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Infertile patients cannot afford to wait for treatment while their eggs get older.

Dr. Sherman Silber, Infertility Center of St. Louis, is offering video consultations for patients who need to plan now for their treatment while stay-at-home orders are in place. He is talking to and evaluating patients in their home to comply with social distancing measures.

Dr. Silber is discovering that patients actually prefer this method of telemedicine consultation over the conventional office visit. Patients have conveyed that “it is so much more convenient and less stressful” to have a telemedicine personal consultation than to take a day off from work to travel to the doctor’s office and sit with other nervous patients in the waiting room.

The COVID-19 pandemic is thus changing much of the way we will do things in the future, and for the better. “Our patients are surprisingly much happier with this approach. Of course, at some point we need to perform hands on treatment. But with this new manner of seeing patients, we can come to the right diagnosis and treatment plan for most patients more efficiently, quickly, and painlessly, with no loss of personal one-on-one communication.” This is a very welcome new era of telemedicine that has been forced on us by the current difficult times.

Chapter by Dr. Silber in Medical Textbook: Biology of the Oocyte

Transplantation of ovarian tissue or immature oocytes to preserve and restore fertility in humans


Biology and Pathology of the Oocyte: Role in Fertility, Medicine and Nuclear Reprograming,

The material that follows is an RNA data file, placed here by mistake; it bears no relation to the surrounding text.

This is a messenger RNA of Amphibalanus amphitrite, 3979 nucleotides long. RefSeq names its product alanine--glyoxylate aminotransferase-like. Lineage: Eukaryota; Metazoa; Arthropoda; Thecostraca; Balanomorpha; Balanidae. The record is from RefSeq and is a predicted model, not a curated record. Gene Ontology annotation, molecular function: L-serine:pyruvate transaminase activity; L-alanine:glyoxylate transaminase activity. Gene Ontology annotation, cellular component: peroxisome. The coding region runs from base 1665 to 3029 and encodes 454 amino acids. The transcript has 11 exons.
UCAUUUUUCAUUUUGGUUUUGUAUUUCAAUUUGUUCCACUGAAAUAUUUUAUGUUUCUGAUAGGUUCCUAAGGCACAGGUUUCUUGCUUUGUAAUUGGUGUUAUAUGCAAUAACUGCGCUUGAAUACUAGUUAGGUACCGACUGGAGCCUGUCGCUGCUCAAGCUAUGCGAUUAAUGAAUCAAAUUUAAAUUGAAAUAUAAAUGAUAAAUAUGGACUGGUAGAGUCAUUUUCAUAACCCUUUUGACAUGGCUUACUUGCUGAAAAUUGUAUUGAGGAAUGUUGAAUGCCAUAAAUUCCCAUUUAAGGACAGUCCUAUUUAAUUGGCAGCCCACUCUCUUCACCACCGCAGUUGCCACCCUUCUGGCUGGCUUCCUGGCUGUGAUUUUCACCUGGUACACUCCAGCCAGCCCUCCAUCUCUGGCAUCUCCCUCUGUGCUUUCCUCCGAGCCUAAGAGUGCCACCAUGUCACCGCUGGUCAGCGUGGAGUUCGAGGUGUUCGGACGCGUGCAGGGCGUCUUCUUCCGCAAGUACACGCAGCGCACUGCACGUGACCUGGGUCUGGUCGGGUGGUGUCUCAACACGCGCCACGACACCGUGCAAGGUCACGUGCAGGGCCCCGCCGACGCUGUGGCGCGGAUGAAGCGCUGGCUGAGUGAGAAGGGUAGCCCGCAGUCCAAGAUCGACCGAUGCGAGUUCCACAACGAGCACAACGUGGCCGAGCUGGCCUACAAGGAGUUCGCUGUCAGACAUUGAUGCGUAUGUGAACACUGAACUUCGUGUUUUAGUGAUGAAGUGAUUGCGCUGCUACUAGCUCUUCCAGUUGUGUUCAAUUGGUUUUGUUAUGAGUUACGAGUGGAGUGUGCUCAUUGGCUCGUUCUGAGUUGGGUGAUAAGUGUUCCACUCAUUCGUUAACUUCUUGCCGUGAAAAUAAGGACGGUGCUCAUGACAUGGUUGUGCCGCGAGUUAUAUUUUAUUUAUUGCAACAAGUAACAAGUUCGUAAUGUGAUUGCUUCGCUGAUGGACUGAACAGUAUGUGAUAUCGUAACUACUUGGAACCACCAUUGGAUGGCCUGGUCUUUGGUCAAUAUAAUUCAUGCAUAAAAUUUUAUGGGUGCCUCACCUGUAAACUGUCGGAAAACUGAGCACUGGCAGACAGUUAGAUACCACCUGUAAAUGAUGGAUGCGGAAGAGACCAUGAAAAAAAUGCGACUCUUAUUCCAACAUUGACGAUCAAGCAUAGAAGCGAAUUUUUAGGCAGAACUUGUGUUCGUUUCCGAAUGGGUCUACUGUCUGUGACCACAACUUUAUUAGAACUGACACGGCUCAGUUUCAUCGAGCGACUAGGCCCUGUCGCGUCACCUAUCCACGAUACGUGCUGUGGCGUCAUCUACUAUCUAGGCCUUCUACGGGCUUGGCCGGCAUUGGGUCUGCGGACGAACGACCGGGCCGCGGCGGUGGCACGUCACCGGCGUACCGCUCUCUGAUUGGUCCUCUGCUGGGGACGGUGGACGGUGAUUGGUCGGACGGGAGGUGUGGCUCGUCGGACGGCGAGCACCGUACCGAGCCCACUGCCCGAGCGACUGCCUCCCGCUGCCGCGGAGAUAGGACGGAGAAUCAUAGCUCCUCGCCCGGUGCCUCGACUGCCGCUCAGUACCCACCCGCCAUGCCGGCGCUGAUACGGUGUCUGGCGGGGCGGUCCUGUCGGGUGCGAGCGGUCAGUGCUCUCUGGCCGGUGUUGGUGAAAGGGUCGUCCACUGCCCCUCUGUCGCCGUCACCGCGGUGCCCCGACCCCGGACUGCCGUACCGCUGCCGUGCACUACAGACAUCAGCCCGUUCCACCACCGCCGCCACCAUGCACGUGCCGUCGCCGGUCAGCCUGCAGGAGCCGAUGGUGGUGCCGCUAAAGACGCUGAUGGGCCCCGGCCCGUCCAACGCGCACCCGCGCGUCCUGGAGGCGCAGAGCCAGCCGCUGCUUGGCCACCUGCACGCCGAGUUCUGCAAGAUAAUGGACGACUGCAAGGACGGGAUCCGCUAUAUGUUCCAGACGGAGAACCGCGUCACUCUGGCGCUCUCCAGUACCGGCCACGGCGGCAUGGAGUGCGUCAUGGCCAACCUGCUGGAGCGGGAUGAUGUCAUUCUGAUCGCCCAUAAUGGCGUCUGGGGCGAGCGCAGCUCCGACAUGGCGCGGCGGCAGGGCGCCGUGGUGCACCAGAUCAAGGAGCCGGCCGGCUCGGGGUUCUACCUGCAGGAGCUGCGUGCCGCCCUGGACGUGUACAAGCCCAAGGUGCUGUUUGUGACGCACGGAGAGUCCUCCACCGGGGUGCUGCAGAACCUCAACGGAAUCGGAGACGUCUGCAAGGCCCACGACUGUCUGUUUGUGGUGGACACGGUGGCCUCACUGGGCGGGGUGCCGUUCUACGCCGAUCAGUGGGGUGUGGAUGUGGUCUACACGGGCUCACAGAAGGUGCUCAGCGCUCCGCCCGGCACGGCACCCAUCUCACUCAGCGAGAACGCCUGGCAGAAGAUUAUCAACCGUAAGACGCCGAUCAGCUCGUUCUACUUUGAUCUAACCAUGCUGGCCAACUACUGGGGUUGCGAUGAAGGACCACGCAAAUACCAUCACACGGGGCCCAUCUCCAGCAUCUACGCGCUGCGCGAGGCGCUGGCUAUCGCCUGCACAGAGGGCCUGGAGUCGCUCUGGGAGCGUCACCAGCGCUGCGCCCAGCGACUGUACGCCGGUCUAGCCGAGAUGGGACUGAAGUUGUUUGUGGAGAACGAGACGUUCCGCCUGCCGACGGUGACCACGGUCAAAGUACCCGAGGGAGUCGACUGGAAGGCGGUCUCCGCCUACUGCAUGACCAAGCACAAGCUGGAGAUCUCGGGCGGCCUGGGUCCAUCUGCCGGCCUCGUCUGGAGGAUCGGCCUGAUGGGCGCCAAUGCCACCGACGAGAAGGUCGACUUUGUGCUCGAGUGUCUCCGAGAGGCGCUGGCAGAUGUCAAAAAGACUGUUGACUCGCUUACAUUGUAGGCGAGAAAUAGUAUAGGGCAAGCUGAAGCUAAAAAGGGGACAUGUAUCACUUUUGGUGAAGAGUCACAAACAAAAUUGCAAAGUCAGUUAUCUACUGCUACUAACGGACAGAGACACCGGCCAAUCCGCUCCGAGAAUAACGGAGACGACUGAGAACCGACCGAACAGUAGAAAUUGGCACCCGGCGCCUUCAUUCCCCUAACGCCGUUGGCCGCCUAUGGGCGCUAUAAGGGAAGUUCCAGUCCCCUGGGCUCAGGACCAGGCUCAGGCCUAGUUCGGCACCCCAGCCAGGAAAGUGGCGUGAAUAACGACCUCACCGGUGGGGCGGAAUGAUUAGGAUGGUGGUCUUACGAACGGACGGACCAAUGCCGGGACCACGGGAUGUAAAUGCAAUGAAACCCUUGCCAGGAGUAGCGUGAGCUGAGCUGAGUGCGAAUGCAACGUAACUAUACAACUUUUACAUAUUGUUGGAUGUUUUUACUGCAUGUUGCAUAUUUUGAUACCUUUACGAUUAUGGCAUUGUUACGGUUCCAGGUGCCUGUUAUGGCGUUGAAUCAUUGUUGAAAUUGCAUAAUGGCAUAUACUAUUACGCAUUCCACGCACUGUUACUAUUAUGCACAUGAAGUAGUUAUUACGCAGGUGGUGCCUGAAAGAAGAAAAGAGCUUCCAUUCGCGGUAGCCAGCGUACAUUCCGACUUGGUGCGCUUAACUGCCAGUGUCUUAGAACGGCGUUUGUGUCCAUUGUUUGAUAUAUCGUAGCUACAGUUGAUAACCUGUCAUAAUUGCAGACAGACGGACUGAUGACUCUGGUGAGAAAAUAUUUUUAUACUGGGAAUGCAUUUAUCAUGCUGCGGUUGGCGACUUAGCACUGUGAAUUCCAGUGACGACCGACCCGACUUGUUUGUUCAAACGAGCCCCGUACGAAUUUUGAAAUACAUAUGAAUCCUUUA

Natalie Barbey and David Silber, June 24, 2013

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It is now possible to preserve and restore fertility, using ovary and egg freezing and ovary transplantation, in young women with cancer who are undergoing otherwise sterilizing chemotherapy and radiation. This approach can also be used for any woman who wishes to prolong her reproductive lifespan. This chapter is limited to the clinically proven therapeutic applications of this technology. Our clinical results with these new therapeutic approaches are adding to our understanding of the basic science of reproduction, and may eventually obviate the growing worldwide epidemic of female age-related decline in fertility.

The developed world is in the midst of a widespread in fertility epidemic. Economies in Japan, the United States, southern Europe, and even China are threatened by a decreasing population of young people having to support an increasing population of elderly and retirees [1]. The most common reason to see a doctor in countries such as India and China, seemingly plagued with overpopulation, is for infertility. Infertility clinics are popping up throughout the world in huge numbers [2]. It is clear to all that the major reason for the world’s growing infertility epidemic is that as women put off childbearing, their oocytes die off and those that survive are of poor quality [3–6]. In her teen years a woman has a 0.2% chance of being infertile, and by her early twenties it is up to2%. By her early thirties, it is up to 20% [2, 7]. Many modern women today do not think of having a baby until their mid thirties, and by then over 25% are infertile, simply because of the aging and the decline in number of their oocytes. This is clearly demonstrated by the high pregnancy rate using donor oocytes from young women placed into the uterus of older women [2, 3, 7]. Yet fertility physicians struggle to make a pathological entity diagnosis to explain the infertility, which in truth in most cases is just a normal physiological response to oocyte aging [2, 3, 7].

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Gosden Chapter Figure 37.3

Histology pre (A) and post (B) vitrification of ovarian tissue


See also: